I understand why folks do retrospective blog posts and best-of lists in early December, and I certainly benefit from it as I’m thinking about Christmas gifts, but it seems to violate the spirit of the list or retrospective itself to start before the year or decade is done.  If this is the *only* lesson that we learn from Mutallab’s attempted attack on Northwest Airlines Flight 253, I’ll be happy: just because you’re going on vacation for the last few weeks of the year doesn’t mean the year is over. Having safely escaped 2009 and the whole ‘Naughty Aughts’ decade, here are my reflections, predictions, and lists:

Trend for the past decade: The Blog

Domestically, this was the decade of the blog. Like many Americans, I started the decade accessing the internet through AOL via a phone line and a modem: today I don’t even have a landline and my cell phone gets e-mail. Whether it was terrorism,  the Fuehrer principle, sorry, theory of the unitary executive in the White House, the dual wars in Afghanistan and Iraq, America’s first black president, or the almost zero economic growth we experienced this decade, the place where most of us went for more information was the internet, and specifically to that mix of news and opinion that was pioneered on cable news networks but found its home here in the blogosphere.

Of course, that’s a pretty narrow-minded view of what’s been going on: the blog has primarily been revolutionary for, well, bloggers, and the journalists who’ve been losing their jobs to folks who’re willing to do the work for free. The biggest trends are largely not domestic American trends at all:

Internationally, I think the big economic story was China, which succeeded in achieving tremendous economic gains for the least advantaged through trade liberalization. Since the end of the Cultural Revolution, China has lifted HALF A BILLION people out of absolute poverty. In this decade, it managed to befriend its biggest competitor through the simple expedient of loaning us 3/4 of a trillion dollars. As a consequence, it’s true, relative inequality has exploded. For my part, I spent the decade deciding that trading absolute poverty for relative poverty was actually a good deal.

On the international political scene, I think Iran steals the cake, though this presumes, falsely,  that our wars in Iraq and Afghanistan are not international political stories closely tied to the troubles of the nation stuck between them. The Green Revolution in Iran will overturn the government there, whether it happens this year or in five years. Watching the Twitter feeds of Iranian dissidents made me feel like Immanuel Kant listening to reports of the French Revolution: “a wishful participation that borders closely on enthusiasm.” Details aside, it’s an unbeatable lesson in what Arendt called “the elementary grammar of political action.”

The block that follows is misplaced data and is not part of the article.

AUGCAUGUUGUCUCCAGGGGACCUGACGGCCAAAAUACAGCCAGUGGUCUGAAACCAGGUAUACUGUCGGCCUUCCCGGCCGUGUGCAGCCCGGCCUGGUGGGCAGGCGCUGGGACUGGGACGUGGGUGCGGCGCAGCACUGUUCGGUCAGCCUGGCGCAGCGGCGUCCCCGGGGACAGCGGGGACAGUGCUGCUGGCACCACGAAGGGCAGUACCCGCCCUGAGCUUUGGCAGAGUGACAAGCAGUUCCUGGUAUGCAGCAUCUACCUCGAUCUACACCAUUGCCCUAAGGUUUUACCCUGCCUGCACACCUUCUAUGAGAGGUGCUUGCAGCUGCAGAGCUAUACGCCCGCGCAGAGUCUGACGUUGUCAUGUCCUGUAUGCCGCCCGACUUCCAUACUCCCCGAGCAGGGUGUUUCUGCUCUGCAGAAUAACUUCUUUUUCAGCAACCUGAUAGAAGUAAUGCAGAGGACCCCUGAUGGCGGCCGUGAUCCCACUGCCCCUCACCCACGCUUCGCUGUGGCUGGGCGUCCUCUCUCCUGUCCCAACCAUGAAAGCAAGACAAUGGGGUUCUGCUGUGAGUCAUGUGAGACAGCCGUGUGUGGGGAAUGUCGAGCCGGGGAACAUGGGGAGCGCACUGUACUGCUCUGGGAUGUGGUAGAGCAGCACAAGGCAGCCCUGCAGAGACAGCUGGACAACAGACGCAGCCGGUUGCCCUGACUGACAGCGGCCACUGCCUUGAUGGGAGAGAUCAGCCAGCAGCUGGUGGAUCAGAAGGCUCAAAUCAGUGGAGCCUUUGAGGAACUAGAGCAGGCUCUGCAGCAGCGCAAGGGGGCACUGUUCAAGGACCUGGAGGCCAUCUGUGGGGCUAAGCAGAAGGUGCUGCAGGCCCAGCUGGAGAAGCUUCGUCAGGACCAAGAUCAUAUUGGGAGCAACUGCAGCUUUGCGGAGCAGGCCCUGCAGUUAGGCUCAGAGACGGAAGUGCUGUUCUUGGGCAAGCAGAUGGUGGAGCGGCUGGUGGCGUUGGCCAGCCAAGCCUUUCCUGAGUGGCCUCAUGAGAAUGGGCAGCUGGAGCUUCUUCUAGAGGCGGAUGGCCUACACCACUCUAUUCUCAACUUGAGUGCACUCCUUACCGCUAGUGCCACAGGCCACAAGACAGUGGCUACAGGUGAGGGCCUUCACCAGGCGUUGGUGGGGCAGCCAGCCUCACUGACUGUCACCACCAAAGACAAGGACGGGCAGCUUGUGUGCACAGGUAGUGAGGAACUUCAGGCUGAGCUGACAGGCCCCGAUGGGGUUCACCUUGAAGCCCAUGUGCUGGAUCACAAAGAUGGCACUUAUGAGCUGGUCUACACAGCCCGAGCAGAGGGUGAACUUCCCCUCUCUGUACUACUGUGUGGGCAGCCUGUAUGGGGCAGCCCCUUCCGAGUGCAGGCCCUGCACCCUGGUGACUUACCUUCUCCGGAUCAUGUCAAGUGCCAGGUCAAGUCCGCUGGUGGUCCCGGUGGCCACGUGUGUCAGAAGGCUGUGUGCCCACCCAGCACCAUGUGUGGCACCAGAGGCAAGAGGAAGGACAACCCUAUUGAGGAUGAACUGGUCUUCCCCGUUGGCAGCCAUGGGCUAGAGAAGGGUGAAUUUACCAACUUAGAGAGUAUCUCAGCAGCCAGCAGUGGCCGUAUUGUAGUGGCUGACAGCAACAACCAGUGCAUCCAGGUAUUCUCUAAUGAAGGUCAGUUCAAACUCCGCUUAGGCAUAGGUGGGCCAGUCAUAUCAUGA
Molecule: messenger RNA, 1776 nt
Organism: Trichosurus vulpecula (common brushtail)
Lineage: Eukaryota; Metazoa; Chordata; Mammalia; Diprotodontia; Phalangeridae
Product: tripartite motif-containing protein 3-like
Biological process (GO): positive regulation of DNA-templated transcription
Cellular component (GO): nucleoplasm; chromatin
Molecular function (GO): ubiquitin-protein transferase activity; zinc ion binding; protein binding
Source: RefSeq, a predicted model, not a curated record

Trend for the coming decade: Lowered Expectations

I predict that Americans will lower their expectations in the Teens. Basically, a bastardized version of the ‘Small is Beautiful‘ movement will finally gain mainstream status. The new normal will be a lower trend line for growth, higher taxes, higher savings, and risk aversion. I expect some counter-cyclical grandiosity, but I think in general we’ll learn to live with less, and even the rich will come to disdain conspicuous consumption or else meet with the derision of their fellows. Simplicity will be in style.  The fads that remain will continue to surround expensive and compact electronics like the iPhone or Kindle.

I think these lowered expectations will have cultural implications as well: just as we had a bit of a letdown when the world didn’t end as the millennium came to a close, we’re going to be busy realizing that a black president won’t save us from ourselves or eliminate racism, and that there’s no easy solution to the messes we’ve made. Hopefully we’ll buckle down and work at paying back our parents’ debts. More Americans will ‘settle’ for second-tier cities rather than flocking to New York or Los Angeles or Chicago. I predict we’ll have more kids (which is consumption of a different sort) and that there will be another demographic bulge to rival the Baby Boomers from the children born over the next decade.

What’s the 21st Century going to be like? Slower and Hotter

As the Financial Times has recently pointed out, we rarely realize the themes of a century during its first decade: whether it’s World War I starting in 1914, or Napoleon’s downfall in 1814, the events that end up defining a century’s character for historians tend to occur in the century’s ‘adolescence.’ So I don’t think this will be a terror century just because the US finally realized how devastating domestic attacks on civilians by foreign nationals can be in 2001. Terrorism is a thoroughly 20th century problem, but like knives and forks, some things don’t go away when their time is past.